Martinsburg's Raleigh Street project could see traffic soon

August 02, 2012|By MATTHEW UMSTEAD |
  • Continuing work on the Raleigh Street extension in Martinsburg, W.Va., is seen recently from the T-ball field at Oatesdale Park.
Photo by Matthew Umstead

MARTINSBURG, W.Va. — The north and south ends of the Raleigh Street extension in Martinsburg are expected to be ready for traffic this fall, but the midsection of the new downtown connector will not be completed until spring 2013, officials said Thursday.

The midsection, which entails the building of bridges over the CSX and Winchester & Western railroads and work involving Tavern Road, was delayed by utility relocation and right-of-way issues, City Manager Mark Baldwin said Thursday during a joint meeting of the Martinsburg City Council and Berkeley County Council.

Even with the delayed start of the third segment, “there’s light at the end of the tunnel,” Baldwin said.

The midsection, now about 25 percent complete, is expected to be completed in May 2013, Daniel Watts of the West Virginia Division of Highways said Thursday in an email.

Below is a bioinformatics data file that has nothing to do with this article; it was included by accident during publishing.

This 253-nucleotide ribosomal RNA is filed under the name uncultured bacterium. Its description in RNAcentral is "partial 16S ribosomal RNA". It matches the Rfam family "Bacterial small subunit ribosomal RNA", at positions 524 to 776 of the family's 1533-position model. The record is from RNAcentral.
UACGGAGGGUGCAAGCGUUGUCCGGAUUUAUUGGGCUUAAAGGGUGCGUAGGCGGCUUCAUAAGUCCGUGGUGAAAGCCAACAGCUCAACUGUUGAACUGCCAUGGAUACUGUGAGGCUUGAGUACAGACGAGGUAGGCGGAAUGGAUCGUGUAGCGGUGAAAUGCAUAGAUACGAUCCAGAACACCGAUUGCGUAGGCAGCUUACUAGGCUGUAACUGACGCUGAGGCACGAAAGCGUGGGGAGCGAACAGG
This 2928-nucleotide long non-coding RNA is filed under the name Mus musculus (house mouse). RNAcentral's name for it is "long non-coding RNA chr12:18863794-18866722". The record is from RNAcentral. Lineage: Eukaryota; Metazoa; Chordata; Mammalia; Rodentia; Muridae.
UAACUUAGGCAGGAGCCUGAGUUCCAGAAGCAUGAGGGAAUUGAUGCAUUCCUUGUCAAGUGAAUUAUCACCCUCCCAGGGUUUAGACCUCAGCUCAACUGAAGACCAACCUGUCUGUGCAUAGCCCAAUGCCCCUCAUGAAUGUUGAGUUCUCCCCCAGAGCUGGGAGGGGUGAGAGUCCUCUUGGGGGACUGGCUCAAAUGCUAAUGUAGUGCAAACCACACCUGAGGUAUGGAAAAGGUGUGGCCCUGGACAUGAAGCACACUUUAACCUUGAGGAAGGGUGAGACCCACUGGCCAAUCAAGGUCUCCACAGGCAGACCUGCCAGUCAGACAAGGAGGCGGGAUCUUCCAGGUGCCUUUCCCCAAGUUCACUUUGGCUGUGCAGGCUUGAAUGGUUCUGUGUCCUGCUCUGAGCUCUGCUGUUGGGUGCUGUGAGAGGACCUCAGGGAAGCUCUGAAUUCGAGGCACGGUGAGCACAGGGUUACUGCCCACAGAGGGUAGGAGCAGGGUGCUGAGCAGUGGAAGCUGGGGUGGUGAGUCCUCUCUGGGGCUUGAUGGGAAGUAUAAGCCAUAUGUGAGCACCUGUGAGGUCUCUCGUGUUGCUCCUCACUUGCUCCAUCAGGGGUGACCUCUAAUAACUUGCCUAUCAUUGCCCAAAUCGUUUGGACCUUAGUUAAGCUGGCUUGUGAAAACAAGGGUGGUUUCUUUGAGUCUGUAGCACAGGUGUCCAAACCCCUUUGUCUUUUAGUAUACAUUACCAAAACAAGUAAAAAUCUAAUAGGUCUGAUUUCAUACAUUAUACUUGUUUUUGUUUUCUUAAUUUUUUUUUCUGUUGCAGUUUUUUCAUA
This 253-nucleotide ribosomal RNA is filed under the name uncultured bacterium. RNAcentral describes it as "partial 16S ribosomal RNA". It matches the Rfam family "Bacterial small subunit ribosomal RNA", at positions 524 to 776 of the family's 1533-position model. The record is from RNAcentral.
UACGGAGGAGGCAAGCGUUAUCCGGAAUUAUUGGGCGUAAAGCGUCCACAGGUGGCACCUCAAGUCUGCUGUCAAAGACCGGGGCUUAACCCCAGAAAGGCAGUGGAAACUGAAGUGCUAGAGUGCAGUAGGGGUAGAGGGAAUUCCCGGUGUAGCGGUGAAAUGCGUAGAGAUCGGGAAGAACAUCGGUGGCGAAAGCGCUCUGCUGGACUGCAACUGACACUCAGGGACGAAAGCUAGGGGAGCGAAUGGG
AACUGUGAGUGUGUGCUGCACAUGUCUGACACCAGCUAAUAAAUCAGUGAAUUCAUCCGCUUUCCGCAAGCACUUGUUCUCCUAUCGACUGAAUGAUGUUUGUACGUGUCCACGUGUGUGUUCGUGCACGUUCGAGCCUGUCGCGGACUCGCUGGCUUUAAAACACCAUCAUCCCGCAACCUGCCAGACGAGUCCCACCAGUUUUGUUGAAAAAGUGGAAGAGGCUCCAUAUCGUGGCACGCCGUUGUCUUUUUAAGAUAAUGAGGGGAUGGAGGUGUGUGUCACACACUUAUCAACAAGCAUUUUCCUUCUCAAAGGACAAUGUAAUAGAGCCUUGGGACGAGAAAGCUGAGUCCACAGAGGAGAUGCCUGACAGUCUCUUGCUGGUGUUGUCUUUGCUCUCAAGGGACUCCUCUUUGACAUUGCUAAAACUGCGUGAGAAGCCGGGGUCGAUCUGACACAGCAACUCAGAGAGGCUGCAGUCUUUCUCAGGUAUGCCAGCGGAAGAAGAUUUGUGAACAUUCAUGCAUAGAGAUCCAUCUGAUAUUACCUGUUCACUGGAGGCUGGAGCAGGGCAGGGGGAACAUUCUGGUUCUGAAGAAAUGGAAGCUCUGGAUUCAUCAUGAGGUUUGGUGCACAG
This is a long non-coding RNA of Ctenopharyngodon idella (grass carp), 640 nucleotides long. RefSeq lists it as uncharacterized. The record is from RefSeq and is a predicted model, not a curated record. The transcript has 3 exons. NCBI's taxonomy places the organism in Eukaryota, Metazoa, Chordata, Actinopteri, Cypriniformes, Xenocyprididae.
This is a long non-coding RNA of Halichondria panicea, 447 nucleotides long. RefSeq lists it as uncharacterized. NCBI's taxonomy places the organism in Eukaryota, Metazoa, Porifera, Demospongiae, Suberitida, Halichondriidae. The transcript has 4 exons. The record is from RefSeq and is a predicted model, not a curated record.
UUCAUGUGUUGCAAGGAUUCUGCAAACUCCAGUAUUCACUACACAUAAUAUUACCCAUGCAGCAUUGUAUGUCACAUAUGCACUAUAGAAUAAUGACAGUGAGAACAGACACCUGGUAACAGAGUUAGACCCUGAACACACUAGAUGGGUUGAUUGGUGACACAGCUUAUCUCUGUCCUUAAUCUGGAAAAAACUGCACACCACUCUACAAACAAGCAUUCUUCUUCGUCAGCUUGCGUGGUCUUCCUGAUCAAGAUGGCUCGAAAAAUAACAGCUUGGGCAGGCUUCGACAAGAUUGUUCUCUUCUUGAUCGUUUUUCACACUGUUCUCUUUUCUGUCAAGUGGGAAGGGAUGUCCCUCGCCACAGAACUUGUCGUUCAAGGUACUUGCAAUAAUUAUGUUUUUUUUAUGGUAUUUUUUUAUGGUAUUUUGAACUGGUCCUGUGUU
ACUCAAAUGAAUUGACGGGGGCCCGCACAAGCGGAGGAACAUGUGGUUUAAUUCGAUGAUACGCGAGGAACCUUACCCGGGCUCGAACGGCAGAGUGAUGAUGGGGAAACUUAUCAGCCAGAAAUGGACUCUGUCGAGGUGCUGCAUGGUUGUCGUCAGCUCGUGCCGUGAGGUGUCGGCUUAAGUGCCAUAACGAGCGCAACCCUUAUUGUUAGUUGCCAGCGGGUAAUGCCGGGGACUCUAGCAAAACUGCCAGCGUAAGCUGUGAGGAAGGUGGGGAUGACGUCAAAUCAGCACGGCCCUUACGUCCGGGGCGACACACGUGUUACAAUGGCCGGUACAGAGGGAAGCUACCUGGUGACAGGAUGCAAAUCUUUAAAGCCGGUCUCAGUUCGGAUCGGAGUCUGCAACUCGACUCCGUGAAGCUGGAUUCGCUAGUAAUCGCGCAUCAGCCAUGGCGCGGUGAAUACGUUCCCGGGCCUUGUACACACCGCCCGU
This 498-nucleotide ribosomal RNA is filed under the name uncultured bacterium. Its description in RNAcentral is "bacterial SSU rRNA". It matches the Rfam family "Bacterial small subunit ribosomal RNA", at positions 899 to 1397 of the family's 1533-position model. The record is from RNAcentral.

Final paving of the northern segment, which is 91 percent complete, is scheduled to begin Monday, Watts said.


Pavement markings and “final dressing” for the segment, which ends at the intersection of Edwin Miller Boulevard (W.Va. 9) and Williamsport Pike (U.S. 11), is to be finished in early September, Watts said.

The southern end of the project is about 70 percent complete, but is expected to be completed by Oct. 31, Watts said.

The approximate total cost of the three segments is $21 million, Watts said.

Baldwin said the new connection from downtown at West Race Street will be a two-lane city street before widening to a three-lane road with a turn lane in the center. At the northern end, the new extension will be five lanes, including turn lanes, Baldwin said.

When asked how the new connector might affect downtown, Baldwin said he believes it will alleviate traffic on Queen Street, which currently is the only north-south corridor through the city.

Martinsburg Mayor George Karos said the project was made possible by the county’s support of shifting resources from a proposed bypass around the city, which he said would have been a detriment. City officials also have touted the importance of having the Raleigh Street extension in place to serve as a second route for emergency responders.

Baldwin said he expects the section of Raleigh Street between King and Race streets to be repaved as part of the Raleigh Street extension project.

Watts said Thursday that other major highway projects under construction include W.Va. 9 from Charles Town to the Virginia state line, which is expected to be completed in November.

The new four-lane highway bridge over the Shenandoah River is expected to be completed in October, Watts said.

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